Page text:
Things to Know About Horizontal and Vertical Rhythm in Web Typography as CSS Devs

While trying to get a deeper understanding of how exactly the vertical-align CSS property works and in what conditions does it trigger alignment on an element, I stumbled upon the topic of rhythms in design in terms of layout and typography. As frontend CSS developers I believe we must have a fair understanding of this idea, specifically vertical rhythm (and a bit of horizontal rhythm as well) in web typography.

I will not try to explain the subject myself because there are some other folks who have done a fantastic job, I’ll just try to summarise my understandings from the following resources and try to simplify things down further:

I highly recommend reading these articles in the order listed for much deeper insights. In the following sections I will try to go through vertical rhythm first, followed by how it differs from horizontal rhythm. Also we will be mostly talking in the context of web (for frontend devs), not print or graphic design.

What is Vertical Rhythm and Why is it needed ?

The comparison of rhythm in design, be it vertical or horizontal, is generally done with rhythm in music. Rhythm in design is affected by layout and typography (typefaces and fonts). While processing a musical piece, our brains find it good, professional, satisfying, calming (and possibly other positive adjectives) when there’s a certain rhythm to it. Similarly while processing pieces of text or information on a printed page (hardcopy) or in digital form, our brains does a better job when the information laid out has a specific rhythm in terms of the spacing and structure.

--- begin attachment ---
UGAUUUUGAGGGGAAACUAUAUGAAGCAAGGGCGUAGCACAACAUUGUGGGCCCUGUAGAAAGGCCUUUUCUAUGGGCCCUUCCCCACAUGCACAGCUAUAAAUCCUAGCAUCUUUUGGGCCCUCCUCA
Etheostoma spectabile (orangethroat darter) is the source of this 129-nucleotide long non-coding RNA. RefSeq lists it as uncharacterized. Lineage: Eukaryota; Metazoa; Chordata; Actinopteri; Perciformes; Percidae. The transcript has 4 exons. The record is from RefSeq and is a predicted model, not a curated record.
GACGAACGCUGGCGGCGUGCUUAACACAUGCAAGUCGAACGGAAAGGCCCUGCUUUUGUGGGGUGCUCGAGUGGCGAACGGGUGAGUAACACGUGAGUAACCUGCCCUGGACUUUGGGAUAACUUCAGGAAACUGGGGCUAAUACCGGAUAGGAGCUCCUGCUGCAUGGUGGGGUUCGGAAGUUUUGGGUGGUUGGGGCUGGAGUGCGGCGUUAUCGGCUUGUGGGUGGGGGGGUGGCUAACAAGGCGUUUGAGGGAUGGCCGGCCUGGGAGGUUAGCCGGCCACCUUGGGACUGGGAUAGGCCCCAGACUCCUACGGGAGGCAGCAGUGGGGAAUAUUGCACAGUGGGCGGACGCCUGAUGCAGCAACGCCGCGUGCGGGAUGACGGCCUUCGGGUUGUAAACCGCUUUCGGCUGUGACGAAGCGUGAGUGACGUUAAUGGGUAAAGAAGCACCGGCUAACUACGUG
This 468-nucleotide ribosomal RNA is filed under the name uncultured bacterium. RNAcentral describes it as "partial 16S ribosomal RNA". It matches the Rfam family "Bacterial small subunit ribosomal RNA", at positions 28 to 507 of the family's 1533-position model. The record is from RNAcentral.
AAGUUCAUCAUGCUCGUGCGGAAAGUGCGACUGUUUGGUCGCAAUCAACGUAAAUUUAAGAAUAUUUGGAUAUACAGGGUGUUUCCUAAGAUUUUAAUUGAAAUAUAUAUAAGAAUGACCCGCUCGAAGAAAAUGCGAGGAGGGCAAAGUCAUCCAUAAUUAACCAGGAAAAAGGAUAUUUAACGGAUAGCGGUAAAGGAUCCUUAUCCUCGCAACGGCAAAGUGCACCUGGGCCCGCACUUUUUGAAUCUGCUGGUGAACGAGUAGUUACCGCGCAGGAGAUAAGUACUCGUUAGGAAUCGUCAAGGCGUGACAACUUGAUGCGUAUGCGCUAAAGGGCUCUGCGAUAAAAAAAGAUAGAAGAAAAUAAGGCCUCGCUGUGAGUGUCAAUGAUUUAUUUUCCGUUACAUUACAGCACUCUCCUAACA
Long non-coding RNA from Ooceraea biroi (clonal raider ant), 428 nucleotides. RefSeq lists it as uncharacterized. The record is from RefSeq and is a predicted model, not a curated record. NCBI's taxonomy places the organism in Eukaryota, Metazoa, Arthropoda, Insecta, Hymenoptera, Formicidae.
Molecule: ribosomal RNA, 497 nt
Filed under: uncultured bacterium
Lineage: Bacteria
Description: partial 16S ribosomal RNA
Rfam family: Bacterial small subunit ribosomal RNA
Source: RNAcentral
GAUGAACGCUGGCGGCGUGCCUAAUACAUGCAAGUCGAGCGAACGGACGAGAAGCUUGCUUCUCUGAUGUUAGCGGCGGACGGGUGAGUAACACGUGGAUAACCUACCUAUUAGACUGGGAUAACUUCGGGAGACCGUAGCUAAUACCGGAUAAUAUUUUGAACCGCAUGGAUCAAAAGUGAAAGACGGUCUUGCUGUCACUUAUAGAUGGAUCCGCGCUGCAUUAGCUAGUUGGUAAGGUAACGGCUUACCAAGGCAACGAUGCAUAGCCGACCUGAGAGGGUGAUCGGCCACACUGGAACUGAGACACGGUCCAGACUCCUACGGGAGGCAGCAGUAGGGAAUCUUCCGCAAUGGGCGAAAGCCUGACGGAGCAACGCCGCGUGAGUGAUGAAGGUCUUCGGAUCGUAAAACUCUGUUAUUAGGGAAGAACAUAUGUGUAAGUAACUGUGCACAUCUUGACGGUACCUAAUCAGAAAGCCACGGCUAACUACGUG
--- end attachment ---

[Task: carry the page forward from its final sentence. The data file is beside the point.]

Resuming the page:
In terms of CSS, all this is supposed to mean is that while laying out blocks of texts and possibly other content pieces on a page the margins, paddings, borders, line heights of the text should not be random. What kind of content pieces are we talking about though ? A good example is the homepage of a blog that lists articles with repeating blocks of post headings followed by post summaries. Ideally the layout should have a specific framework or math behind it so that the information or content it presents can be consumed by our brains in the most optimum way – easy to read, process and understand.

Here’s an image (taken from the Zellwk article linked above) that shows what happens when vertical rhythm is added to a block of text:

before and after vertical rhythm
Before and After Vertical Rhythm

At this point you may think – I thought the term “vertical rhythm” would be a complicated topic and involve lots of work to achieve, but based on the image above, it seems pretty simple ?! – and yes, you may be right to some extent. It’s just a set of best principles that we should follow for our website content design.

In practical terms, as a designer or developer, one of the tools that we can use to add rhythm to your content layout is grids. The image above has used grids on the left side content to add a good amount of spacing as seen in the right side content. Although most of the designers would already know this, but if you’re confused about what grid concept I’m talking about, then:

  1. Watch this 10min video quickly that’d do the explanation much better than this article can.
  2. Watch this 6min video to understand the principles behind why grids are useful on a general level.

So just keep this in mind for now, the vertical lines in a grid (or baselines) are what we use to achieve vertical rhythm. We’ll look at the implementation a bit but before that, let’s talk a bit more on the whys and hows.

This is what the Zellwk article says on the topic:

Vertical Rythm is keeping spaces between elements on a page consistent with each other. Vertical rythm is created or maintained with the help of a baseline. Baseline (provided by grids) is a common denominator often used to create consistent spacing.